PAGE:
Ann Pharmacother. 1992 Oct;26(10):1262-9. doi: 10.1177/106002809202601015.


Objective: The primary objective of this article is to introduce readers to the use of a new agent, pamidronate. The article discusses its use in hypercalcemia of malignancy (HCM), osteolytic lesions, and Paget's disease. Pharmacokinetic data and clinical trials are reviewed, as well as adverse effects and dosage guidelines.

Data sources: A MEDLINE search was used to identify English-language studies involving pamidronate for the period from 1970 to 1992.

Study selection: As comparative trials were few in number, trials using pamidronate as a single agent were also reviewed.

Data extraction: Sparse pharmacokinetic data were obtained from clinical trials. All clinical trials available at the time of publication that met the following criteria were reviewed: (1) allowed for adequate rehydration prior to drug therapy; (2) reported standardized and corrected serum calcium concentrations; (3) separated data obtained from patients who received pamidronate alone from those who received pamidronate and concurrent chemotherapy.

Results: Pamidronate has a pharmacologic profile similar to that of etidronate, but pamidronate is more potent and has a longer duration of effect. It has been investigated primarily in the treatment of HCM as well as in the treatment of osteolytic bone metastases and Paget's disease. In hypercalcemia of malignancy it appears to be as effective as established agents with the advantage that a single dose of pamidronate 90 mg iv provides a durable response. In Paget's disease chronic oral administration has also been shown to be effective in relieving bone pain. Adverse reactions with intravenous administration are transient and self-limiting and usually occur with the first dose. The most common adverse effect is a transient and self-limiting fever. Chronic oral administration of doses greater than 600 mg/d is associated with gastrointestinal toxicities.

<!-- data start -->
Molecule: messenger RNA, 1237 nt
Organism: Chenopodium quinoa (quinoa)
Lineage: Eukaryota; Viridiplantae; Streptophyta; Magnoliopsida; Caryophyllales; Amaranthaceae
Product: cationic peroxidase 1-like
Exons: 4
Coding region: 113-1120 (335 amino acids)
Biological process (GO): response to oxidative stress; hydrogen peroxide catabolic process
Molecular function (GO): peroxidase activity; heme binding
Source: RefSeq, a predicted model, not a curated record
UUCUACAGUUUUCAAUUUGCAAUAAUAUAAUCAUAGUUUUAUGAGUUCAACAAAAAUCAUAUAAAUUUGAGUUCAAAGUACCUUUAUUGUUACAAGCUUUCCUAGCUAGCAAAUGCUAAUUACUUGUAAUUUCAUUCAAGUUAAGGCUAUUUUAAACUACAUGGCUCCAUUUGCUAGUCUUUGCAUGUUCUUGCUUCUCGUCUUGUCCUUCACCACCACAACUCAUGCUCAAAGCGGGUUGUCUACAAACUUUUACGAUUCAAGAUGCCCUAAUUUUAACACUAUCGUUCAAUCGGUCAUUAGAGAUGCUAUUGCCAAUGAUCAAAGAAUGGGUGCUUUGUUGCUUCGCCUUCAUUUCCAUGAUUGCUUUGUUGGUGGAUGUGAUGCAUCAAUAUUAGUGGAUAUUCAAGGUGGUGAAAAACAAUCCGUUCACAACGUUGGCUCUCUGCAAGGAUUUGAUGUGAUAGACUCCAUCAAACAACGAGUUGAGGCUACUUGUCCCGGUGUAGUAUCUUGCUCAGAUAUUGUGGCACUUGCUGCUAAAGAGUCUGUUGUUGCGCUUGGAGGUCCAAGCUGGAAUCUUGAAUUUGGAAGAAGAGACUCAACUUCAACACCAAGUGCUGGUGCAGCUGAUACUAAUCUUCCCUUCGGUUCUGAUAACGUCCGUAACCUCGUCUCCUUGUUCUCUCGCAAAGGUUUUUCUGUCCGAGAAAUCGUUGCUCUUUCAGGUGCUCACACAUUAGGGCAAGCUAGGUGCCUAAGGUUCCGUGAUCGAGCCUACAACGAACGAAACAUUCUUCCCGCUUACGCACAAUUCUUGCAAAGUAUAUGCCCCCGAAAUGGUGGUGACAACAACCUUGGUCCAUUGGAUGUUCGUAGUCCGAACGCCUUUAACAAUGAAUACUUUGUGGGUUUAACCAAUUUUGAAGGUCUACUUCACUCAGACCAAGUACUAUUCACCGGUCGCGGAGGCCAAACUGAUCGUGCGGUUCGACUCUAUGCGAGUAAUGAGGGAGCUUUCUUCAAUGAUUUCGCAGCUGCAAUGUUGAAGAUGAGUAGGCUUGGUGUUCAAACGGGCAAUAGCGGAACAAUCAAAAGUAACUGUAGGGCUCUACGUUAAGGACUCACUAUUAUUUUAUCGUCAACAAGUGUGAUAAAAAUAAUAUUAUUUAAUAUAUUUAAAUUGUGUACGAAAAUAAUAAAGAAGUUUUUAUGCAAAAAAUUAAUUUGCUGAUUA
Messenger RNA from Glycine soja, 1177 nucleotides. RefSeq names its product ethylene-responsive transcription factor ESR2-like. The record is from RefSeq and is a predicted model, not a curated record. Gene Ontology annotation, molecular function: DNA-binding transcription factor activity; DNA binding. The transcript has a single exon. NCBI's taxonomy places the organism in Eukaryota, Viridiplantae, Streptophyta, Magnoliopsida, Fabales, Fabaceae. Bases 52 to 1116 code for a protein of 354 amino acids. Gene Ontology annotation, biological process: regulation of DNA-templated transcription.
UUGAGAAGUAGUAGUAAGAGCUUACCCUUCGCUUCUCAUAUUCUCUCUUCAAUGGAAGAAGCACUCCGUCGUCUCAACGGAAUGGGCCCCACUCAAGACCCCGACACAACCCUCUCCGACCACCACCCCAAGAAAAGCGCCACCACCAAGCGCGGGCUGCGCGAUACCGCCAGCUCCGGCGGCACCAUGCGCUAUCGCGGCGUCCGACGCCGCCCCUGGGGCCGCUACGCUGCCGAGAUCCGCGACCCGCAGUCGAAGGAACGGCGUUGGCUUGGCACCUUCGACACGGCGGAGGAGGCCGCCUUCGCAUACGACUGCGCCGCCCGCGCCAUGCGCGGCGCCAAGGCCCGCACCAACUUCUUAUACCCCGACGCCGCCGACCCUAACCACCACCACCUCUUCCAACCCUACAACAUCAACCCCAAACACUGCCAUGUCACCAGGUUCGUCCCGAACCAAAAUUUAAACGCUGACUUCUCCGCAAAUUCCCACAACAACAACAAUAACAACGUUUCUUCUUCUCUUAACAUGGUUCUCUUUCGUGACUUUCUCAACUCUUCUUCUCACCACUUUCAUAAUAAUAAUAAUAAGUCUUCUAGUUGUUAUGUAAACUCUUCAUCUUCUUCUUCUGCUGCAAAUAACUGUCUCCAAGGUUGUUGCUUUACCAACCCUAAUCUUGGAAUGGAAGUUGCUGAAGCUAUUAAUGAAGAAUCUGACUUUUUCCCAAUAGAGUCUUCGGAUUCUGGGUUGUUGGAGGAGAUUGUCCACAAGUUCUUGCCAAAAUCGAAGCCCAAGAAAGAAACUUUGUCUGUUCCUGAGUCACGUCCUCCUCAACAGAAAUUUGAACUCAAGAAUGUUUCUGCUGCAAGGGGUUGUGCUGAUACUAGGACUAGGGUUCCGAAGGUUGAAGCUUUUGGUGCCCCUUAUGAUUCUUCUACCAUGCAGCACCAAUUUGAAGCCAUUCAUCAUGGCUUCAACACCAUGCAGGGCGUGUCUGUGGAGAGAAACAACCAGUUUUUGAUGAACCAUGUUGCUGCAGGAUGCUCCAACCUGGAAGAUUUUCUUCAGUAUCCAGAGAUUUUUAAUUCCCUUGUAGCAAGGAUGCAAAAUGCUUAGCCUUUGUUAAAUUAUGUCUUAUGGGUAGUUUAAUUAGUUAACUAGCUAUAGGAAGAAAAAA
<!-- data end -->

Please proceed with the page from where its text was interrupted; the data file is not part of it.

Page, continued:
Conclusions: Although more well-designed clinical trials comparing pamidronate with standard therapies and other available agents are necessary, initial results indicate that pamidronate is an effective and promising alternative for use in the treatment of HCM.

Publication types

  • Clinical Trial
  • Comparative Study
  • Review

MeSH terms

  • Bone Neoplasms / secondary
  • Clinical Trials as Topic
  • Diphosphonates / adverse effects
  • Diphosphonates / pharmacokinetics
  • Diphosphonates / pharmacology
  • Diphosphonates / therapeutic use*
  • Humans
  • Hypercalcemia / drug therapy*
  • Osteitis Deformans / drug therapy
  • Osteolysis / drug therapy
  • Pamidronate
  • Randomized Controlled Trials as Topic


  • Diphosphonates
  • Pamidronate